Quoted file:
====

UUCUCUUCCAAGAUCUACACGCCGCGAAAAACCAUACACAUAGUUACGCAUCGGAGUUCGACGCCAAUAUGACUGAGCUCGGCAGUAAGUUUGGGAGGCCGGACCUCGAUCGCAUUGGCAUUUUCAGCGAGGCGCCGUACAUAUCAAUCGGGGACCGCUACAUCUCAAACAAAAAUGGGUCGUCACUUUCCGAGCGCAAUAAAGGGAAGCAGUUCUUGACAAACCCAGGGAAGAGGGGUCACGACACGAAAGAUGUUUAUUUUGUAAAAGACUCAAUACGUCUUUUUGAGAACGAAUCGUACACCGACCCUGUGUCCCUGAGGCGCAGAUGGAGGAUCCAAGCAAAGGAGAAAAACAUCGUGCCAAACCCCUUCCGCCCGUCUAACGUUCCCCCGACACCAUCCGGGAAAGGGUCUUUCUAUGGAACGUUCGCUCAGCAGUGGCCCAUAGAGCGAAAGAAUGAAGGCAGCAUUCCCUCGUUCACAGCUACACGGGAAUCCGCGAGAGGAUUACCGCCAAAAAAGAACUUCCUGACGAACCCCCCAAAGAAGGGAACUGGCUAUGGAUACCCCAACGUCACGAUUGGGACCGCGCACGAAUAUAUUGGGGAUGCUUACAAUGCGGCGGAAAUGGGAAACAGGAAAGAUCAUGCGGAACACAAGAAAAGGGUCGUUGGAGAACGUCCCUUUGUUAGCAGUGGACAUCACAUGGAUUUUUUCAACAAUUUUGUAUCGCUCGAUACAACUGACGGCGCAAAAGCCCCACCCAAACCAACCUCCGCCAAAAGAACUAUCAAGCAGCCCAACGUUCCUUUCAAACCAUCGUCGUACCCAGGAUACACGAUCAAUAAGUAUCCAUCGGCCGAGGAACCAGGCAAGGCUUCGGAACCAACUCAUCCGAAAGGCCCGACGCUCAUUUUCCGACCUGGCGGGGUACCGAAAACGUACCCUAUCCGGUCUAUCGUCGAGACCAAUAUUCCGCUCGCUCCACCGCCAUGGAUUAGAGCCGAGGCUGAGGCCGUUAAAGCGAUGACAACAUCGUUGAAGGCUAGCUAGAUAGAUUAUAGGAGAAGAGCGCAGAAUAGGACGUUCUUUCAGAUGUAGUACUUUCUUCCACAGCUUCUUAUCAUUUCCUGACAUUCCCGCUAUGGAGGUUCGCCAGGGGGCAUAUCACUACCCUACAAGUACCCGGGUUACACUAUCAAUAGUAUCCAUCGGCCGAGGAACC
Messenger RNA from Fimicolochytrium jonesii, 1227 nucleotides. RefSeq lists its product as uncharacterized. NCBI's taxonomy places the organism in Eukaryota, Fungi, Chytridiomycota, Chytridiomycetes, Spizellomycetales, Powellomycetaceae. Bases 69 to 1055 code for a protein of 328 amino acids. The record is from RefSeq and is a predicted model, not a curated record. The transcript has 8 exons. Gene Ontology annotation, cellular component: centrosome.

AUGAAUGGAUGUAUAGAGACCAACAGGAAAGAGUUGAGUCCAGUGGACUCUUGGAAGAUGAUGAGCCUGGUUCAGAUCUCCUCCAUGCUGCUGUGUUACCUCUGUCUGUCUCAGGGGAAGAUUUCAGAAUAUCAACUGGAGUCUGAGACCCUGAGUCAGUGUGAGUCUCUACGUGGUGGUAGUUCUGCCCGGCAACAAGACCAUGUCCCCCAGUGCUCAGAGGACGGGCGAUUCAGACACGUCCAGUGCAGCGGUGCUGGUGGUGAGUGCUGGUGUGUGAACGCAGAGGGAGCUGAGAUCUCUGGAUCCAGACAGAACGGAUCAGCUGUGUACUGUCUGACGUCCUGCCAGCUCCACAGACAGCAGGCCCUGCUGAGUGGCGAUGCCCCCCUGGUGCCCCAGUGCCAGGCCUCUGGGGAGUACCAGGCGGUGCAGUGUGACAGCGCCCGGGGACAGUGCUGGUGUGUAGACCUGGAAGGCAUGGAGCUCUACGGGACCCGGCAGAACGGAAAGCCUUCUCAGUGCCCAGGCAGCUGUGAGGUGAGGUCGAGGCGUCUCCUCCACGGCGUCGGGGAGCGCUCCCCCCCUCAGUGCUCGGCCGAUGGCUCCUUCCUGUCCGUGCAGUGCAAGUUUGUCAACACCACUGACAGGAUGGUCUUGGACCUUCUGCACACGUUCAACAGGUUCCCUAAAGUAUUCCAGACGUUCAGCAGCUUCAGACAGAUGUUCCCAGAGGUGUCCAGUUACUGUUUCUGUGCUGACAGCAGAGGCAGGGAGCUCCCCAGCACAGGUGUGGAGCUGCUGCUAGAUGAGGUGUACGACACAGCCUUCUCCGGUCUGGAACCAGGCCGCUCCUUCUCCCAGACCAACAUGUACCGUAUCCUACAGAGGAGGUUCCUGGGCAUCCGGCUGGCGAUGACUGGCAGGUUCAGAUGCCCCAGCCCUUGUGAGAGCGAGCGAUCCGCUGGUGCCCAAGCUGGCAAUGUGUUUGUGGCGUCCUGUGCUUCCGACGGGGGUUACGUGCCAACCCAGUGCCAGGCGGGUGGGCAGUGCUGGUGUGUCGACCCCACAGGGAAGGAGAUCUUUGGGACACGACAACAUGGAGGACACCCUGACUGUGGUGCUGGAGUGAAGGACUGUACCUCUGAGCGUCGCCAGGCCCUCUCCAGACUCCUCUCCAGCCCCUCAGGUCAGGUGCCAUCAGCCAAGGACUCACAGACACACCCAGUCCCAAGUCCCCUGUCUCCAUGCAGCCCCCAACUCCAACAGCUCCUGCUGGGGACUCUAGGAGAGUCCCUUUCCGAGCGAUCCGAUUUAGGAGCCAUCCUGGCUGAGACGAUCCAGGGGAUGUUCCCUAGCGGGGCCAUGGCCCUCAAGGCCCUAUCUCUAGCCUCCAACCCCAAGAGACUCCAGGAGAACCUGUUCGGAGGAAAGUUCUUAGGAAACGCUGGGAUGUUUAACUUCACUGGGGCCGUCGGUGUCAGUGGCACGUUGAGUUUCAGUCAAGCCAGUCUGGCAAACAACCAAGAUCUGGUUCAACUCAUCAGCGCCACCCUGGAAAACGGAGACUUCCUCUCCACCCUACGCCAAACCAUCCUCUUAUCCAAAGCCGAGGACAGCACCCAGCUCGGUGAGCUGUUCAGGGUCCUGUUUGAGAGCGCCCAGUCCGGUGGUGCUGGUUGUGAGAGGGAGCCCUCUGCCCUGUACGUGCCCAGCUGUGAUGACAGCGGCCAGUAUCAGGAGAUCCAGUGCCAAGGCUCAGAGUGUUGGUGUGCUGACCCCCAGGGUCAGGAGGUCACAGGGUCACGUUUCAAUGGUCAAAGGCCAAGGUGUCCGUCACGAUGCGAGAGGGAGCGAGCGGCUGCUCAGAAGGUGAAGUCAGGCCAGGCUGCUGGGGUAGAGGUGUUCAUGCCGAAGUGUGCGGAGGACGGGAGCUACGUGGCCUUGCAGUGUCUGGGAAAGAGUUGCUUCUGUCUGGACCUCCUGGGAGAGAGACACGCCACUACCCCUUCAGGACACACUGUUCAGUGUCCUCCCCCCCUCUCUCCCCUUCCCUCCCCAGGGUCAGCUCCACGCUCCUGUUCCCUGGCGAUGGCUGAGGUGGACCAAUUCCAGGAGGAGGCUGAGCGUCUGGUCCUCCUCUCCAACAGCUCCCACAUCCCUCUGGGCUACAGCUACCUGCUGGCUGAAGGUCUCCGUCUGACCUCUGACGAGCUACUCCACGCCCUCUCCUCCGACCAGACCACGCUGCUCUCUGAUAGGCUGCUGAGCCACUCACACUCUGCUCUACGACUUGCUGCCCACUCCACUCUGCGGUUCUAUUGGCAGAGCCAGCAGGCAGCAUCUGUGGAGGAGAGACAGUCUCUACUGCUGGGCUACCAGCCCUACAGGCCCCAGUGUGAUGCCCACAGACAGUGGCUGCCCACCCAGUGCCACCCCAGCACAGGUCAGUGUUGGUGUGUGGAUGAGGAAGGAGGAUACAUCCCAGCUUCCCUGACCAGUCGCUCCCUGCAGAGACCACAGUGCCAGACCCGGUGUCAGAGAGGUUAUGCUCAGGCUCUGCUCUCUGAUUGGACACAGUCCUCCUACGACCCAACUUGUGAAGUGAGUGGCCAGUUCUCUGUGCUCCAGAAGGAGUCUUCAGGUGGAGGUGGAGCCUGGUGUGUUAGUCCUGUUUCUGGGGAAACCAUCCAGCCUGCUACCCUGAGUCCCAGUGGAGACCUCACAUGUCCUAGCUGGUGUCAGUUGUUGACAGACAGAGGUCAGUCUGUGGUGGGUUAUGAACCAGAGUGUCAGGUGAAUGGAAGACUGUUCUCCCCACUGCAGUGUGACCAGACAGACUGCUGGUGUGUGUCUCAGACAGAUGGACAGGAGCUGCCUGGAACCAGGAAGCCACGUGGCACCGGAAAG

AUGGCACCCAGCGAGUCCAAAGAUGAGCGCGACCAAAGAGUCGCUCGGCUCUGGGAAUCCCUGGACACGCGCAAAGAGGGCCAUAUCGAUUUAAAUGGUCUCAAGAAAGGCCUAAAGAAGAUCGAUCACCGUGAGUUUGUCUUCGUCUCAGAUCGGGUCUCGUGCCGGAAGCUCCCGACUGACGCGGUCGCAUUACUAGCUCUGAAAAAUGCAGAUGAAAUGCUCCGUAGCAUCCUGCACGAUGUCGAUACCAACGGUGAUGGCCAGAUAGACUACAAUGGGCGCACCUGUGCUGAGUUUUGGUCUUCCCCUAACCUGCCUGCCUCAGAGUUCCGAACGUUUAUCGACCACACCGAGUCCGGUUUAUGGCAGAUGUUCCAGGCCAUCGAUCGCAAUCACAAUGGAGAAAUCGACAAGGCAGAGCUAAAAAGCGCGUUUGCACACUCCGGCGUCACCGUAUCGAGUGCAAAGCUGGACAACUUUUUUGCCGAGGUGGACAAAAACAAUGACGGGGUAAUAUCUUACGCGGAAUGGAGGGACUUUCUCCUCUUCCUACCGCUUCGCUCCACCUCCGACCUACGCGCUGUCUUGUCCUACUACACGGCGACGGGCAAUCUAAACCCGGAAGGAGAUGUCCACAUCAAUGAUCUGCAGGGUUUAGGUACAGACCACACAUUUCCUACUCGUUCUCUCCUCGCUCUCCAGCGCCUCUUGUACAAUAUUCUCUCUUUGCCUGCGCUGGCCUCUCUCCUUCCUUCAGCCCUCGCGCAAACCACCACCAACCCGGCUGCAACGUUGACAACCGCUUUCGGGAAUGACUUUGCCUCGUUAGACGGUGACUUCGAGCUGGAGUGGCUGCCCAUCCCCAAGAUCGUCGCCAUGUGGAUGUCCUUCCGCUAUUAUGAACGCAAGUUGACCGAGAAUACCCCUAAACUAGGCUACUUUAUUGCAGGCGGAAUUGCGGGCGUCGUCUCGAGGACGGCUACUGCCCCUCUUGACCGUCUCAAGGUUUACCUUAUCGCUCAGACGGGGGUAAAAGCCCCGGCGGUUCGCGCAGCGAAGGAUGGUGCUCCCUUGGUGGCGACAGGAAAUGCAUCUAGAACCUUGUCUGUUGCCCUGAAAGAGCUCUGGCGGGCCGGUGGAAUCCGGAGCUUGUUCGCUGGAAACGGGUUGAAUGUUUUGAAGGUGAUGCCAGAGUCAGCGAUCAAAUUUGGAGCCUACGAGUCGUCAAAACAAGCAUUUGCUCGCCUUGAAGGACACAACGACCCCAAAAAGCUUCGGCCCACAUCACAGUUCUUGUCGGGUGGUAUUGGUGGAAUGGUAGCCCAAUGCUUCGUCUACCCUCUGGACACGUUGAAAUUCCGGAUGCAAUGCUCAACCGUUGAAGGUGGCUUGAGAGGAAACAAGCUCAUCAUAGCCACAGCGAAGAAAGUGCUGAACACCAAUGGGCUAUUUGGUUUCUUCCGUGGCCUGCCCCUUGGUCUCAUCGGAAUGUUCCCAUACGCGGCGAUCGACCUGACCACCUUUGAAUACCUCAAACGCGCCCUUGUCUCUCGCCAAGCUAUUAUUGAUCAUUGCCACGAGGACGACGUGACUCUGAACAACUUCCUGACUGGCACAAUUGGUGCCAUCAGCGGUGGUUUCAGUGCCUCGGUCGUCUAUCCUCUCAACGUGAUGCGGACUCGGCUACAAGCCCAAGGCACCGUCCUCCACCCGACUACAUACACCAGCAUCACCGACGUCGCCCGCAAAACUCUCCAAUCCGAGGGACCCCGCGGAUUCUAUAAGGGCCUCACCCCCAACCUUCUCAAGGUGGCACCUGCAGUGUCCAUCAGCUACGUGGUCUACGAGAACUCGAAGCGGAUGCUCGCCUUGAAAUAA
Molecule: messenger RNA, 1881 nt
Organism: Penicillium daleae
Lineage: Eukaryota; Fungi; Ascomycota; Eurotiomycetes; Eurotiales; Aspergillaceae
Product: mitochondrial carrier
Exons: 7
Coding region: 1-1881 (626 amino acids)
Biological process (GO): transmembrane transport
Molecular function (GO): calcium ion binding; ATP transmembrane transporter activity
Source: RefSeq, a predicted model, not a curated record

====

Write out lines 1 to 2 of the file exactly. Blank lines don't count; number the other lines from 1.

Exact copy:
UUCUCUUCCAAGAUCUACACGCCGCGAAAAACCAUACACAUAGUUACGCAUCGGAGUUCGACGCCAAUAUGACUGAGCUCGGCAGUAAGUUUGGGAGGCCGGACCUCGAUCGCAUUGGCAUUUUCAGCGAGGCGCCGUACAUAUCAAUCGGGGACCGCUACAUCUCAAACAAAAAUGGGUCGUCACUUUCCGAGCGCAAUAAAGGGAAGCAGUUCUUGACAAACCCAGGGAAGAGGGGUCACGACACGAAAGAUGUUUAUUUUGUAAAAGACUCAAUACGUCUUUUUGAGAACGAAUCGUACACCGACCCUGUGUCCCUGAGGCGCAGAUGGAGGAUCCAAGCAAAGGAGAAAAACAUCGUGCCAAACCCCUUCCGCCCGUCUAACGUUCCCCCGACACCAUCCGGGAAAGGGUCUUUCUAUGGAACGUUCGCUCAGCAGUGGCCCAUAGAGCGAAAGAAUGAAGGCAGCAUUCCCUCGUUCACAGCUACACGGGAAUCCGCGAGAGGAUUACCGCCAAAAAAGAACUUCCUGACGAACCCCCCAAAGAAGGGAACUGGCUAUGGAUACCCCAACGUCACGAUUGGGACCGCGCACGAAUAUAUUGGGGAUGCUUACAAUGCGGCGGAAAUGGGAAACAGGAAAGAUCAUGCGGAACACAAGAAAAGGGUCGUUGGAGAACGUCCCUUUGUUAGCAGUGGACAUCACAUGGAUUUUUUCAACAAUUUUGUAUCGCUCGAUACAACUGACGGCGCAAAAGCCCCACCCAAACCAACCUCCGCCAAAAGAACUAUCAAGCAGCCCAACGUUCCUUUCAAACCAUCGUCGUACCCAGGAUACACGAUCAAUAAGUAUCCAUCGGCCGAGGAACCAGGCAAGGCUUCGGAACCAACUCAUCCGAAAGGCCCGACGCUCAUUUUCCGACCUGGCGGGGUACCGAAAACGUACCCUAUCCGGUCUAUCGUCGAGACCAAUAUUCCGCUCGCUCCACCGCCAUGGAUUAGAGCCGAGGCUGAGGCCGUUAAAGCGAUGACAACAUCGUUGAAGGCUAGCUAGAUAGAUUAUAGGAGAAGAGCGCAGAAUAGGACGUUCUUUCAGAUGUAGUACUUUCUUCCACAGCUUCUUAUCAUUUCCUGACAUUCCCGCUAUGGAGGUUCGCCAGGGGGCAUAUCACUACCCUACAAGUACCCGGGUUACACUAUCAAUAGUAUCCAUCGGCCGAGGAACC
Messenger RNA from Fimicolochytrium jonesii, 1227 nucleotides. RefSeq lists its product as uncharacterized. NCBI's taxonomy places the organism in Eukaryota, Fungi, Chytridiomycota, Chytridiomycetes, Spizellomycetales, Powellomycetaceae. Bases 69 to 1055 code for a protein of 328 amino acids. The record is from RefSeq and is a predicted model, not a curated record. The transcript has 8 exons. Gene Ontology annotation, cellular component: centrosome.